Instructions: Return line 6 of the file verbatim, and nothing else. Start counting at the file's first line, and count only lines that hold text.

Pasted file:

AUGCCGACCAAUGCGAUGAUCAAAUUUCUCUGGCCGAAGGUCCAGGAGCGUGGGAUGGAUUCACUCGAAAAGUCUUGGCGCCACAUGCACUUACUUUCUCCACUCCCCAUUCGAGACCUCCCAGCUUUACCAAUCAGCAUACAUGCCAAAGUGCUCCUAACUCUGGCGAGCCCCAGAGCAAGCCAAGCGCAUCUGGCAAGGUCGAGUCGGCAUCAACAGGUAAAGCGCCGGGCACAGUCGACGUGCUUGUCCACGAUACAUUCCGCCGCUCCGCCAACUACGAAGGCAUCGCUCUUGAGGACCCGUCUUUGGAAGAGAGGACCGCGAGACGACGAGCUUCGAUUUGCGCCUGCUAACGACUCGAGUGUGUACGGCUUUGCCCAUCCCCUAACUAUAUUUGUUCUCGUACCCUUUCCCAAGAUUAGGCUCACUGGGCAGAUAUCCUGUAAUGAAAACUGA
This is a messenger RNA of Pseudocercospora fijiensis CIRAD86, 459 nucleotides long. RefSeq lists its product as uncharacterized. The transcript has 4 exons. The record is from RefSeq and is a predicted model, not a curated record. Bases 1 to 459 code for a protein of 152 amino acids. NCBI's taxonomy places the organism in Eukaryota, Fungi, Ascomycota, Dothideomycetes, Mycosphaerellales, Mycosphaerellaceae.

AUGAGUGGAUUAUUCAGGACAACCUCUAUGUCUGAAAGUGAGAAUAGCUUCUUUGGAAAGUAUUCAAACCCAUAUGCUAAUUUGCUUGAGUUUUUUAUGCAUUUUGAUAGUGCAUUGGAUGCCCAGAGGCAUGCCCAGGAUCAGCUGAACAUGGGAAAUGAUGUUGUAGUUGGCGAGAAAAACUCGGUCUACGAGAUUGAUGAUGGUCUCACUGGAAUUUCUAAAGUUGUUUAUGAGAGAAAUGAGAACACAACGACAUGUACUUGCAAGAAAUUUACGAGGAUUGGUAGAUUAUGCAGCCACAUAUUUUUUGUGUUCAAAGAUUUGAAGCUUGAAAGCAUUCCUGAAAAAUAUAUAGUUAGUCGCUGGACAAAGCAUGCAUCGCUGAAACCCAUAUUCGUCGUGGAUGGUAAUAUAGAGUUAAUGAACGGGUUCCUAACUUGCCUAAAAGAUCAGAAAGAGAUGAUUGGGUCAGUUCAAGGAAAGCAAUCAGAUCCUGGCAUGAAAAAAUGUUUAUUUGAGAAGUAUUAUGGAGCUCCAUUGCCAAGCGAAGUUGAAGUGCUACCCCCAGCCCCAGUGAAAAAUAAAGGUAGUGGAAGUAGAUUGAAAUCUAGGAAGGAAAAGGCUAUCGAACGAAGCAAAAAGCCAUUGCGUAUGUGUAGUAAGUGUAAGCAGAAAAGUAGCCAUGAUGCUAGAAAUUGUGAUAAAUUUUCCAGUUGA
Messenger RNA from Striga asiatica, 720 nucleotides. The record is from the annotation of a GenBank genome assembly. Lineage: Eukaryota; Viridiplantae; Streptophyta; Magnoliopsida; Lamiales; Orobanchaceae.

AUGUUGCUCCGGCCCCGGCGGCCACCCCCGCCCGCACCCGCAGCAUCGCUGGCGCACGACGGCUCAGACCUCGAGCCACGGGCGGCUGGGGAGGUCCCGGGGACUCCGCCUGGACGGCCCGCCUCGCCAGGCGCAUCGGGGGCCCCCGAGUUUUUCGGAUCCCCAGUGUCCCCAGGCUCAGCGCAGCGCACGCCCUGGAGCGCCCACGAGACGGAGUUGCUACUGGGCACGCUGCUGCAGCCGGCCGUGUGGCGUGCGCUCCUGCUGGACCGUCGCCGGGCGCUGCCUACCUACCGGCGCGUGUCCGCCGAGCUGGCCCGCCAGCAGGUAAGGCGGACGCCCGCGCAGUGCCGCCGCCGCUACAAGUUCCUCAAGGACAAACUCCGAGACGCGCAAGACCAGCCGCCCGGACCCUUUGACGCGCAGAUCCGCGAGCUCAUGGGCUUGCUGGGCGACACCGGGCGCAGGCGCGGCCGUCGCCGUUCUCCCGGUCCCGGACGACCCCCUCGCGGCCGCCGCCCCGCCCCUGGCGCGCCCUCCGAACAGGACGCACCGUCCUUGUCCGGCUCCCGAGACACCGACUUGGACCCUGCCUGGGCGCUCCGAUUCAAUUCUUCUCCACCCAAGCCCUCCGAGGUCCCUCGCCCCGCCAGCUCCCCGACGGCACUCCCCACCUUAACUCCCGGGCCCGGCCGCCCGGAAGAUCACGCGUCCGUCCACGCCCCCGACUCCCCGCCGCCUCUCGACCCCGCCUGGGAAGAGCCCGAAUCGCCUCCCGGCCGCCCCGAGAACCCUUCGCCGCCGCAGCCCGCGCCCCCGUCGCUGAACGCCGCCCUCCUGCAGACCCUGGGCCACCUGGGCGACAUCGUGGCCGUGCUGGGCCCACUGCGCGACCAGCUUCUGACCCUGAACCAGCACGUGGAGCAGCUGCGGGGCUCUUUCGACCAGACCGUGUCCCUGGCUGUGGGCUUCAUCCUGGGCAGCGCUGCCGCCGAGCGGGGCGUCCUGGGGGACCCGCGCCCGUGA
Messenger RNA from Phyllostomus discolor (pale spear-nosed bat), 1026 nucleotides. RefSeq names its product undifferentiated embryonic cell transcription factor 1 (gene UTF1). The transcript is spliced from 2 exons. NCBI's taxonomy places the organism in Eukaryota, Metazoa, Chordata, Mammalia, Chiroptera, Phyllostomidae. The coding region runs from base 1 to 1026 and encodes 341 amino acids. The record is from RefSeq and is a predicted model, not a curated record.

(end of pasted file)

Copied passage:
Messenger RNA from Phyllostomus discolor (pale spear-nosed bat), 1026 nucleotides. RefSeq names its product undifferentiated embryonic cell transcription factor 1 (gene UTF1). The transcript is spliced from 2 exons. NCBI's taxonomy places the organism in Eukaryota, Metazoa, Chordata, Mammalia, Chiroptera, Phyllostomidae. The coding region runs from base 1 to 1026 and encodes 341 amino acids. The record is from RefSeq and is a predicted model, not a curated record.